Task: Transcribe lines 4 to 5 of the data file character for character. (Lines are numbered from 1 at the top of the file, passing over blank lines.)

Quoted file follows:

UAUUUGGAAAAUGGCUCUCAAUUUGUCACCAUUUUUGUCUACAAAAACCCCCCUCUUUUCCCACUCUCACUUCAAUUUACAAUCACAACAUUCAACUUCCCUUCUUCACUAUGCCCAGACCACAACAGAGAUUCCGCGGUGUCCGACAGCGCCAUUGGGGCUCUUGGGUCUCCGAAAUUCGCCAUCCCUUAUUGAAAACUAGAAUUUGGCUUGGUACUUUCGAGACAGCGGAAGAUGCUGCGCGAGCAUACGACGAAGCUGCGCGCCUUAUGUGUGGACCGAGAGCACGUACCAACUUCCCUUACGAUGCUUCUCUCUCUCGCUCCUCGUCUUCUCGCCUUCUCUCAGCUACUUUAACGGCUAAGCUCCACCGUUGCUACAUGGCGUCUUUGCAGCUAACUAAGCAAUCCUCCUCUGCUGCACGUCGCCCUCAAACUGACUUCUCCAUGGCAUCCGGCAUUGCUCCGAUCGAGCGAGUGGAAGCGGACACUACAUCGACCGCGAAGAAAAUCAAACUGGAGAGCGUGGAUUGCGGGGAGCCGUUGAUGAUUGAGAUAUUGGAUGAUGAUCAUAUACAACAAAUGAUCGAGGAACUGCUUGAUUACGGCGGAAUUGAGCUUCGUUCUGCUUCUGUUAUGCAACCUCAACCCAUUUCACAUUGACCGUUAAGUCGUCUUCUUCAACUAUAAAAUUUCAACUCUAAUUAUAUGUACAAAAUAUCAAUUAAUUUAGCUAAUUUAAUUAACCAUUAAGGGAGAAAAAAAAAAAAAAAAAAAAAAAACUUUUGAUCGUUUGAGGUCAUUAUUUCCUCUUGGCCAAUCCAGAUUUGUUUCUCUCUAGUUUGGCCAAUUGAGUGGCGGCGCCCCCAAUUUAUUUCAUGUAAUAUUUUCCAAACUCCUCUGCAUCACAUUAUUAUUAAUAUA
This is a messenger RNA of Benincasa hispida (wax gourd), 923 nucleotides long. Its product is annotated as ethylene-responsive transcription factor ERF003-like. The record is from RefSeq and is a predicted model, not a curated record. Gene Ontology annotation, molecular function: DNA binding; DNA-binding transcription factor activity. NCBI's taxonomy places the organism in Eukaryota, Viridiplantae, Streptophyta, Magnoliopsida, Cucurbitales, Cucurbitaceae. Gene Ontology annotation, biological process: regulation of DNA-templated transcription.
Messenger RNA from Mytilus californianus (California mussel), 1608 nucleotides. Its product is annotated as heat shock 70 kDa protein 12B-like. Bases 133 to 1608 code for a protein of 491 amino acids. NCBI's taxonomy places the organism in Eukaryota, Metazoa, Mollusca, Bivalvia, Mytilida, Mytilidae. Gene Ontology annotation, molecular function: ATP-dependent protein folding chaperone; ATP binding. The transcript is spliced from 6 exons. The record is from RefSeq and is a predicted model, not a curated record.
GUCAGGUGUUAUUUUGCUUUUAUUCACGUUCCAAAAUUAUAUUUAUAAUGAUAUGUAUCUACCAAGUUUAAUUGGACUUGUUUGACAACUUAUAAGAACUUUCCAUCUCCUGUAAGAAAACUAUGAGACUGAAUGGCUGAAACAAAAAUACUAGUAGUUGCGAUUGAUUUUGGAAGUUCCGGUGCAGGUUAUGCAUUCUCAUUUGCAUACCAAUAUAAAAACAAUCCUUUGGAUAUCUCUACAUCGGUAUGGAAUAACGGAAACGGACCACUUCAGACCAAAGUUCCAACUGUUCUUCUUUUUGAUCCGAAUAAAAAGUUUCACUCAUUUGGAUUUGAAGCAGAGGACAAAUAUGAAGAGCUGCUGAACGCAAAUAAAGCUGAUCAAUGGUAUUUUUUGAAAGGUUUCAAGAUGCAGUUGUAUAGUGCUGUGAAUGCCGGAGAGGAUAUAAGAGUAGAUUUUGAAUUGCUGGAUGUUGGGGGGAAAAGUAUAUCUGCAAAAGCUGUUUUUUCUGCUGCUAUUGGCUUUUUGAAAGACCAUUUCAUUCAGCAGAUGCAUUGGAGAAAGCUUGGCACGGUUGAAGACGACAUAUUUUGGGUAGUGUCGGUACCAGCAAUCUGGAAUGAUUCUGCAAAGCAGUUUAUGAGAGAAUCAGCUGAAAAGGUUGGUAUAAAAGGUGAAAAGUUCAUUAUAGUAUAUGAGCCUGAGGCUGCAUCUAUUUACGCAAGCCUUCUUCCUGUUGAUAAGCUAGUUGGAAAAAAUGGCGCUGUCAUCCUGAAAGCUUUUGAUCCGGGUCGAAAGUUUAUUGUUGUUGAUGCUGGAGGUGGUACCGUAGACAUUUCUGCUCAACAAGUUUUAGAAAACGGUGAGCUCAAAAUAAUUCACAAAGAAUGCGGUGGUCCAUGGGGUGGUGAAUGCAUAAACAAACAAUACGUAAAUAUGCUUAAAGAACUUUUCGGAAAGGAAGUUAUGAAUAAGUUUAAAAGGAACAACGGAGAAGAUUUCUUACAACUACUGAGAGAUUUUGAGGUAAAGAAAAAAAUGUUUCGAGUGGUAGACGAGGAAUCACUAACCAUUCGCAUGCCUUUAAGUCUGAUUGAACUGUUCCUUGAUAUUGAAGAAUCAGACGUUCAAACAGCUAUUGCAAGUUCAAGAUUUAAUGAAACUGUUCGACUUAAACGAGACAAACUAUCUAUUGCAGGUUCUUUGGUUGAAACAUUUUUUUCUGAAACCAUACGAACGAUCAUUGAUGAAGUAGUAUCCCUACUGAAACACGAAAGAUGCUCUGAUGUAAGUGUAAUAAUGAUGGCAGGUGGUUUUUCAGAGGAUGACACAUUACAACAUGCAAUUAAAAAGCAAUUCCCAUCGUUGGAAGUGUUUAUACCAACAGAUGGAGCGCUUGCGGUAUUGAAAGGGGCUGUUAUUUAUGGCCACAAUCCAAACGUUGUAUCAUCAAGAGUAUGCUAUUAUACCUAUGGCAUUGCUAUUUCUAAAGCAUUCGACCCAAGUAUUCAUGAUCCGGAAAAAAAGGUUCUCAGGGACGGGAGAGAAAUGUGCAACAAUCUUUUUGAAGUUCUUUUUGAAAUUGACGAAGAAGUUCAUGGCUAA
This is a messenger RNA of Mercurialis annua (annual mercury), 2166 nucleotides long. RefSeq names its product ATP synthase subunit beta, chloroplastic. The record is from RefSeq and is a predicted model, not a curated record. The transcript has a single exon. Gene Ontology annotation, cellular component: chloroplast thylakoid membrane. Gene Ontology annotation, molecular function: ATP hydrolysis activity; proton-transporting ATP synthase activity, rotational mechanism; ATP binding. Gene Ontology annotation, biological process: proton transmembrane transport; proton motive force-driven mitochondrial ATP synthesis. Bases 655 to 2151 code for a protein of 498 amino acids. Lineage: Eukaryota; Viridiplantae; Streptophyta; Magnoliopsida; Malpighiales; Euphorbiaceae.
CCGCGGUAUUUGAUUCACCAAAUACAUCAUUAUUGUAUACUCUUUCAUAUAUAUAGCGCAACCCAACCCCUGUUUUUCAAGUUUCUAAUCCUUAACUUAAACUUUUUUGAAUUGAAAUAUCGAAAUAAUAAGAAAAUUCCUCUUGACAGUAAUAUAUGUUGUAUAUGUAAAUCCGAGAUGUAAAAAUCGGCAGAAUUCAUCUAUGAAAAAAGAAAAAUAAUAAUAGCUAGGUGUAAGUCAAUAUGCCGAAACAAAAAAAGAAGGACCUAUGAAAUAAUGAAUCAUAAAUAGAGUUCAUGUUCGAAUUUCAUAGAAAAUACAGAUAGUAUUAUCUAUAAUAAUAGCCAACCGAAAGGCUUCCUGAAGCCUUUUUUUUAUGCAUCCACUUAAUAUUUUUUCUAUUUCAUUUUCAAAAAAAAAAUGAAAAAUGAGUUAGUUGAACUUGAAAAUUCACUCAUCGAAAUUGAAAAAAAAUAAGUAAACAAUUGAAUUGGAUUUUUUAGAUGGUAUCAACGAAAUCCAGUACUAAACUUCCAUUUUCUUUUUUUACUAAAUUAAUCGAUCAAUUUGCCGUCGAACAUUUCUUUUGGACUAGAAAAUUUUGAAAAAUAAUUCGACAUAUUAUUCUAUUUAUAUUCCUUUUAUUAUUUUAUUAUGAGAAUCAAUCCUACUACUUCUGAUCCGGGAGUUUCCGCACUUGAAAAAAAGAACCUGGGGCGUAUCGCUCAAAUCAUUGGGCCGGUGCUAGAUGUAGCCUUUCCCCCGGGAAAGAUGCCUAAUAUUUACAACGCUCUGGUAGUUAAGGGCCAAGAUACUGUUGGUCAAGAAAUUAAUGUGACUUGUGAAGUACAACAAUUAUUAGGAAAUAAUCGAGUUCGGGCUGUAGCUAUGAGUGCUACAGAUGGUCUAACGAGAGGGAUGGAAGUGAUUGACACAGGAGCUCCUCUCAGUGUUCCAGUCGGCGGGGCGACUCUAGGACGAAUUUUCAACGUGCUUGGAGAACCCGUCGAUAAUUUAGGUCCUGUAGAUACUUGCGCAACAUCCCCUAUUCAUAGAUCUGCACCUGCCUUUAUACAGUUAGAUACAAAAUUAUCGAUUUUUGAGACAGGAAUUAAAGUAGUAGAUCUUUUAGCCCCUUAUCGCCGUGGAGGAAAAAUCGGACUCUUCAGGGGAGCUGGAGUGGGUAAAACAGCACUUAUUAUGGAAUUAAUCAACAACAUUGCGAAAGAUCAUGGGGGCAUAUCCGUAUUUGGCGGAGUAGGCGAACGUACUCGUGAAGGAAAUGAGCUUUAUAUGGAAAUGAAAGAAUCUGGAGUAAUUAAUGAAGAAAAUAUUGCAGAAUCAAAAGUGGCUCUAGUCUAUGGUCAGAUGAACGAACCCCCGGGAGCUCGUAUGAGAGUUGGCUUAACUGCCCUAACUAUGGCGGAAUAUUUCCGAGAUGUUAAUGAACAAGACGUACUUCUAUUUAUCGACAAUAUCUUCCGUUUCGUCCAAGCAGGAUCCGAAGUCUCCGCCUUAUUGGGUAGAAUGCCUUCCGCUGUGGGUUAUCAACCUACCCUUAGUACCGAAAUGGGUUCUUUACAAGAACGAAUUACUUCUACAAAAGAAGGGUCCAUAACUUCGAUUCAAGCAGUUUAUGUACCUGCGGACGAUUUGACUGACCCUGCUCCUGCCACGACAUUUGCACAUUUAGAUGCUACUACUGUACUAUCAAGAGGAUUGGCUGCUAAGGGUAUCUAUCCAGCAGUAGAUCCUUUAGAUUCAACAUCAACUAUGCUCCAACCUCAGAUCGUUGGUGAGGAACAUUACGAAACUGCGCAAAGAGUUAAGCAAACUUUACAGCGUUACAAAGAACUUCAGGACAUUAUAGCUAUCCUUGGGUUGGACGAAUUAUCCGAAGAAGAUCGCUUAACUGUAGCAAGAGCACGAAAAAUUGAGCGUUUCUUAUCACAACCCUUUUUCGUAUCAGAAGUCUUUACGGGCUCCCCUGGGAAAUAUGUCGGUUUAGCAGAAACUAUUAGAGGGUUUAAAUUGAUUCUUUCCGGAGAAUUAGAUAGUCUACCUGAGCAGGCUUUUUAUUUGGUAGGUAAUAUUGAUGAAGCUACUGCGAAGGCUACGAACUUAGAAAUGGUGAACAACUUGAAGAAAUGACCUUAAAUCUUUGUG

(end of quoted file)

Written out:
GUCAGGUGUUAUUUUGCUUUUAUUCACGUUCCAAAAUUAUAUUUAUAAUGAUAUGUAUCUACCAAGUUUAAUUGGACUUGUUUGACAACUUAUAAGAACUUUCCAUCUCCUGUAAGAAAACUAUGAGACUGAAUGGCUGAAACAAAAAUACUAGUAGUUGCGAUUGAUUUUGGAAGUUCCGGUGCAGGUUAUGCAUUCUCAUUUGCAUACCAAUAUAAAAACAAUCCUUUGGAUAUCUCUACAUCGGUAUGGAAUAACGGAAACGGACCACUUCAGACCAAAGUUCCAACUGUUCUUCUUUUUGAUCCGAAUAAAAAGUUUCACUCAUUUGGAUUUGAAGCAGAGGACAAAUAUGAAGAGCUGCUGAACGCAAAUAAAGCUGAUCAAUGGUAUUUUUUGAAAGGUUUCAAGAUGCAGUUGUAUAGUGCUGUGAAUGCCGGAGAGGAUAUAAGAGUAGAUUUUGAAUUGCUGGAUGUUGGGGGGAAAAGUAUAUCUGCAAAAGCUGUUUUUUCUGCUGCUAUUGGCUUUUUGAAAGACCAUUUCAUUCAGCAGAUGCAUUGGAGAAAGCUUGGCACGGUUGAAGACGACAUAUUUUGGGUAGUGUCGGUACCAGCAAUCUGGAAUGAUUCUGCAAAGCAGUUUAUGAGAGAAUCAGCUGAAAAGGUUGGUAUAAAAGGUGAAAAGUUCAUUAUAGUAUAUGAGCCUGAGGCUGCAUCUAUUUACGCAAGCCUUCUUCCUGUUGAUAAGCUAGUUGGAAAAAAUGGCGCUGUCAUCCUGAAAGCUUUUGAUCCGGGUCGAAAGUUUAUUGUUGUUGAUGCUGGAGGUGGUACCGUAGACAUUUCUGCUCAACAAGUUUUAGAAAACGGUGAGCUCAAAAUAAUUCACAAAGAAUGCGGUGGUCCAUGGGGUGGUGAAUGCAUAAACAAACAAUACGUAAAUAUGCUUAAAGAACUUUUCGGAAAGGAAGUUAUGAAUAAGUUUAAAAGGAACAACGGAGAAGAUUUCUUACAACUACUGAGAGAUUUUGAGGUAAAGAAAAAAAUGUUUCGAGUGGUAGACGAGGAAUCACUAACCAUUCGCAUGCCUUUAAGUCUGAUUGAACUGUUCCUUGAUAUUGAAGAAUCAGACGUUCAAACAGCUAUUGCAAGUUCAAGAUUUAAUGAAACUGUUCGACUUAAACGAGACAAACUAUCUAUUGCAGGUUCUUUGGUUGAAACAUUUUUUUCUGAAACCAUACGAACGAUCAUUGAUGAAGUAGUAUCCCUACUGAAACACGAAAGAUGCUCUGAUGUAAGUGUAAUAAUGAUGGCAGGUGGUUUUUCAGAGGAUGACACAUUACAACAUGCAAUUAAAAAGCAAUUCCCAUCGUUGGAAGUGUUUAUACCAACAGAUGGAGCGCUUGCGGUAUUGAAAGGGGCUGUUAUUUAUGGCCACAAUCCAAACGUUGUAUCAUCAAGAGUAUGCUAUUAUACCUAUGGCAUUGCUAUUUCUAAAGCAUUCGACCCAAGUAUUCAUGAUCCGGAAAAAAAGGUUCUCAGGGACGGGAGAGAAAUGUGCAACAAUCUUUUUGAAGUUCUUUUUGAAAUUGACGAAGAAGUUCAUGGCUAA
This is a messenger RNA of Mercurialis annua (annual mercury), 2166 nucleotides long. RefSeq names its product ATP synthase subunit beta, chloroplastic. The record is from RefSeq and is a predicted model, not a curated record. The transcript has a single exon. Gene Ontology annotation, cellular component: chloroplast thylakoid membrane. Gene Ontology annotation, molecular function: ATP hydrolysis activity; proton-transporting ATP synthase activity, rotational mechanism; ATP binding. Gene Ontology annotation, biological process: proton transmembrane transport; proton motive force-driven mitochondrial ATP synthesis. Bases 655 to 2151 code for a protein of 498 amino acids. Lineage: Eukaryota; Viridiplantae; Streptophyta; Magnoliopsida; Malpighiales; Euphorbiaceae.